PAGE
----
We can sit and gaze at it for hours.

It's luminous, it's warm, it's romantic; but most of all it's spiritual. (In what way spiritual? We can't really say, but it is spiritual.) A yellow droplet of light, laced with red, bright-white at the edges, and blue at the core as if dirtied by its contact with the material wick. But we didn't see all those colors until we counted them — the flame itself is a perfect, integral whole, emanating calm and tranquility.

How, indeed, can something as agitated as the flame radiate such peace? For the flame is a clash of forces pulling in opposite directions. Look closely: see how it strains upward, striving to tear away from the wick which tethers it to the candle or lamp and lose itself in the great expanses of energy that gird the heavens. But look again, and see how it clings to the length of braided cotton that spears its heart and supplies it with the fuel that sustains its luminance and life. Back and forth, up and down it strives, vacillating between being and naught, between presence and oblivion.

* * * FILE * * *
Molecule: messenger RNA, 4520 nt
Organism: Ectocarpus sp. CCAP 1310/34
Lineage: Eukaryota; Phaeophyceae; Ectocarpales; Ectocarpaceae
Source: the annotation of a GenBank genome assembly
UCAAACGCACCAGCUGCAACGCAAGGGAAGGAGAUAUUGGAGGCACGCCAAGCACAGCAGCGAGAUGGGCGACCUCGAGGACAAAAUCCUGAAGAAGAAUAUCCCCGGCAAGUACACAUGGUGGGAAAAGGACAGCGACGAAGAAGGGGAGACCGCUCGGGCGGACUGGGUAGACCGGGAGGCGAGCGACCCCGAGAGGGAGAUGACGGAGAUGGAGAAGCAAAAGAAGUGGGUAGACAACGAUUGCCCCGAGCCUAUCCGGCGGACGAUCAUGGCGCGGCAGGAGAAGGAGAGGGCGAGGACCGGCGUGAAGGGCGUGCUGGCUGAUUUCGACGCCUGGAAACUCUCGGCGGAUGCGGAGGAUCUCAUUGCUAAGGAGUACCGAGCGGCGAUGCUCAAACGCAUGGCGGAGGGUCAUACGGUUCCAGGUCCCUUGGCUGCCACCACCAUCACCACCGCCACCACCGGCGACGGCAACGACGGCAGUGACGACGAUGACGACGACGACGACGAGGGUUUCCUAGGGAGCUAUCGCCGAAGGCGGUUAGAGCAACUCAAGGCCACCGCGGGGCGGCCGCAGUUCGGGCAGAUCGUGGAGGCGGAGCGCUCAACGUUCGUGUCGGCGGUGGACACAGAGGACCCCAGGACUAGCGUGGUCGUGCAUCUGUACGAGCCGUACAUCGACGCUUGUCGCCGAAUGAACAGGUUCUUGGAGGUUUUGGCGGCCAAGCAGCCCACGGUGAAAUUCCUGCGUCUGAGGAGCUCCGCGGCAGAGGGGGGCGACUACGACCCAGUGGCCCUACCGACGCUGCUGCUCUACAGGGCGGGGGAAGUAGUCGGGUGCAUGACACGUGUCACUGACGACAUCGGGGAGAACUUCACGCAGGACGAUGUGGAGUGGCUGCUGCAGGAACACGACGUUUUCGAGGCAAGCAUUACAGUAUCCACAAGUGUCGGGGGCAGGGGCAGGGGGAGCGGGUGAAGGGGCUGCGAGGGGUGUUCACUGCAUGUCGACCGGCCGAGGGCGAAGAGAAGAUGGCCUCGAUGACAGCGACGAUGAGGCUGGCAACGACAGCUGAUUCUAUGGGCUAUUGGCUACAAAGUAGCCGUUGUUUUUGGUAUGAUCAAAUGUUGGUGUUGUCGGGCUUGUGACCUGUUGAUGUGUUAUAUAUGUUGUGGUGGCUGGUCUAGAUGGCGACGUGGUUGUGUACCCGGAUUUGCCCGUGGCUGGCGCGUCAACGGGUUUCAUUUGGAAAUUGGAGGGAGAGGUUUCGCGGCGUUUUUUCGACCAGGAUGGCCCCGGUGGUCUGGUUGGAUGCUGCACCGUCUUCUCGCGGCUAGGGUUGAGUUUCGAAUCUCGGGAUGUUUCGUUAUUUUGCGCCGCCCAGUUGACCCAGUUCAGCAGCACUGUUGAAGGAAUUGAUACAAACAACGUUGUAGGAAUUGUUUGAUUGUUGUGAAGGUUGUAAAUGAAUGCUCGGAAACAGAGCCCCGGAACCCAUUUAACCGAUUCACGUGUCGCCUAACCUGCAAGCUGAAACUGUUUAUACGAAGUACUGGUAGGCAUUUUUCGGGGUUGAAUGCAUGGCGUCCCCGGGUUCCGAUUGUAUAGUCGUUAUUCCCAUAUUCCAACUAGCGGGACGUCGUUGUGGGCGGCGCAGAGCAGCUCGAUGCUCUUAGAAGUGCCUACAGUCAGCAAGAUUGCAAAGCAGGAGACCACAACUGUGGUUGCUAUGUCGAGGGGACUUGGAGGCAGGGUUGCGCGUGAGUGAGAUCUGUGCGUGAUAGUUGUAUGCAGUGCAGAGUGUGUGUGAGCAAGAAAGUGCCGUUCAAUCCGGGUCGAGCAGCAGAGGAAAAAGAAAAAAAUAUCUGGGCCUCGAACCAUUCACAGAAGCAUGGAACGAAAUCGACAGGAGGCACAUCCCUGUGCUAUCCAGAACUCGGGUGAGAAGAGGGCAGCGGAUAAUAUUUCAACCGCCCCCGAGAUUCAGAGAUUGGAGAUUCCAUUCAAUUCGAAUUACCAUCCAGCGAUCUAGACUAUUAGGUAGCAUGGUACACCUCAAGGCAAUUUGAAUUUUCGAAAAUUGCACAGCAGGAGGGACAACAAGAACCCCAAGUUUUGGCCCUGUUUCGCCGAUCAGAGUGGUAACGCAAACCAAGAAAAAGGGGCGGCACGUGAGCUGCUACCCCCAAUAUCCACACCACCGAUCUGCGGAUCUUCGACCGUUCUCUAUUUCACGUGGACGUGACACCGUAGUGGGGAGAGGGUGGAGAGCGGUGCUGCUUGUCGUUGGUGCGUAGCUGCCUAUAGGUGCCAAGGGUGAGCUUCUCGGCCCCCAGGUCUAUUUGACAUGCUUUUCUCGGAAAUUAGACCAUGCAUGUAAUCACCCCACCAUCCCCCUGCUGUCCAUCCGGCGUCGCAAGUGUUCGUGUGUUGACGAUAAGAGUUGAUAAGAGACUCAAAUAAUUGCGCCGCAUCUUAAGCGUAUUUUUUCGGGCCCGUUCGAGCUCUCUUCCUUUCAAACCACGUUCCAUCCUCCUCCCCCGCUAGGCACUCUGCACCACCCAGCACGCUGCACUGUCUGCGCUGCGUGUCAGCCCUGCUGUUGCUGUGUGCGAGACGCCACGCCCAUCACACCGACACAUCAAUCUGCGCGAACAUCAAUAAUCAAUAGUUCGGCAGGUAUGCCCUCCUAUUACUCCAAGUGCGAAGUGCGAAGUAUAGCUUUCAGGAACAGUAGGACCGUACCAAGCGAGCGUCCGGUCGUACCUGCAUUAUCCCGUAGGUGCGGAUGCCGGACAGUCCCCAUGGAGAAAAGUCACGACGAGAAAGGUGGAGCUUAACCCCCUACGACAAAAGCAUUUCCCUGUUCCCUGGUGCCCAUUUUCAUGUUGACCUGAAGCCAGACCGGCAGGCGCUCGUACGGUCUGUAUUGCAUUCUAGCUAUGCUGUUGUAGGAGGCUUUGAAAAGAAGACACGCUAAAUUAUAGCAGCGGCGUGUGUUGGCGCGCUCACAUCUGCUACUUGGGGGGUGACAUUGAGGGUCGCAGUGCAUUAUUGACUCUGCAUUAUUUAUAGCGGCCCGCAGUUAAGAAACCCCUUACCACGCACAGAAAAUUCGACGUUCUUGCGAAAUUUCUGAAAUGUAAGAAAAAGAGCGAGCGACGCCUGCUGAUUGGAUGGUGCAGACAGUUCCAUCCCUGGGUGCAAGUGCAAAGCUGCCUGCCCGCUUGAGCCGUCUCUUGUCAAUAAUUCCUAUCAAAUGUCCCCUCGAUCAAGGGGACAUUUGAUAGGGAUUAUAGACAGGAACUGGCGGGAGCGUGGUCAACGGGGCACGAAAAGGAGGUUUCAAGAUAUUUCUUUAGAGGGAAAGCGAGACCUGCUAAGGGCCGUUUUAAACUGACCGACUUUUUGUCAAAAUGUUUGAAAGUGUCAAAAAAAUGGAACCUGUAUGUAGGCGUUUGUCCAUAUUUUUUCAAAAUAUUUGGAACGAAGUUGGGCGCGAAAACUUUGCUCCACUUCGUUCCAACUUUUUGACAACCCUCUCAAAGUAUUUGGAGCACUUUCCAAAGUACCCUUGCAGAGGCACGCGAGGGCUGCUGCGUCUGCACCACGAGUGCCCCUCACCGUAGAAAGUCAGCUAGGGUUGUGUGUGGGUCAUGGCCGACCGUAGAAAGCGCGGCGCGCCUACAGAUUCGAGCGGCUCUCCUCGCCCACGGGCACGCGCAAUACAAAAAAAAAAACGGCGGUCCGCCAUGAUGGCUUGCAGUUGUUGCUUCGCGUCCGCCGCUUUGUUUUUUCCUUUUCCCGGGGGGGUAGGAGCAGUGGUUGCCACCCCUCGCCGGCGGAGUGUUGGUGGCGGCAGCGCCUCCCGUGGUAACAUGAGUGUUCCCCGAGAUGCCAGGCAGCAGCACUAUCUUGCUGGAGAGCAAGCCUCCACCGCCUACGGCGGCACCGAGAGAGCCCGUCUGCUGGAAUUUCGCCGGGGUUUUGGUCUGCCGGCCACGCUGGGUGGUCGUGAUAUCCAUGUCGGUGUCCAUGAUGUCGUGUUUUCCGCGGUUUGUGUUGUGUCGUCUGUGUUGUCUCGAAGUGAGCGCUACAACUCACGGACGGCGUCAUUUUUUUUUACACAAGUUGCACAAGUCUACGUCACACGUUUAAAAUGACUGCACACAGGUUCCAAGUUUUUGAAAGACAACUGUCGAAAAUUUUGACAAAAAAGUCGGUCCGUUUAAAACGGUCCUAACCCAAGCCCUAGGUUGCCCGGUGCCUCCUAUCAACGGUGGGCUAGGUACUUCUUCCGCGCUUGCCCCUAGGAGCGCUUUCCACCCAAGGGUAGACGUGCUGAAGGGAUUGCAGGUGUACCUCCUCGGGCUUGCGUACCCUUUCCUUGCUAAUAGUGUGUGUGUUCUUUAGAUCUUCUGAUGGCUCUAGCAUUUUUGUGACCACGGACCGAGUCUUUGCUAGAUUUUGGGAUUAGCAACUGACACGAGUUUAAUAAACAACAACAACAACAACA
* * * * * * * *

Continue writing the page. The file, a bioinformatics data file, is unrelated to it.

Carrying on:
"The soul of man is a candle of G‑d" (Proverbs 20:27). For the soul of man, too, is a clash of divergent forces and contrary strivings.

We yearn to tear free of our "wick" — of the body that anchors us to the physical reality and sullies us with physical needs and wants. We strive upwards, yearning to transcend the physical, the human and the particular, and fuse with the universal and the divine. At the same time, we cling to the body, to the bit of matter that sustains us as dynamic and productive participants in G‑d's world.

It is this perpetual up-and-down, this incessant vacillation from selfhood to selflessness and back again, that we call life. It is this eternal tension between our desire to escape the physical and our commitment to inhabit it, develop it and sanctify it that makes us spiritual beings.

We can sit and gaze at the flame for hours, because we are gazing at ourselves.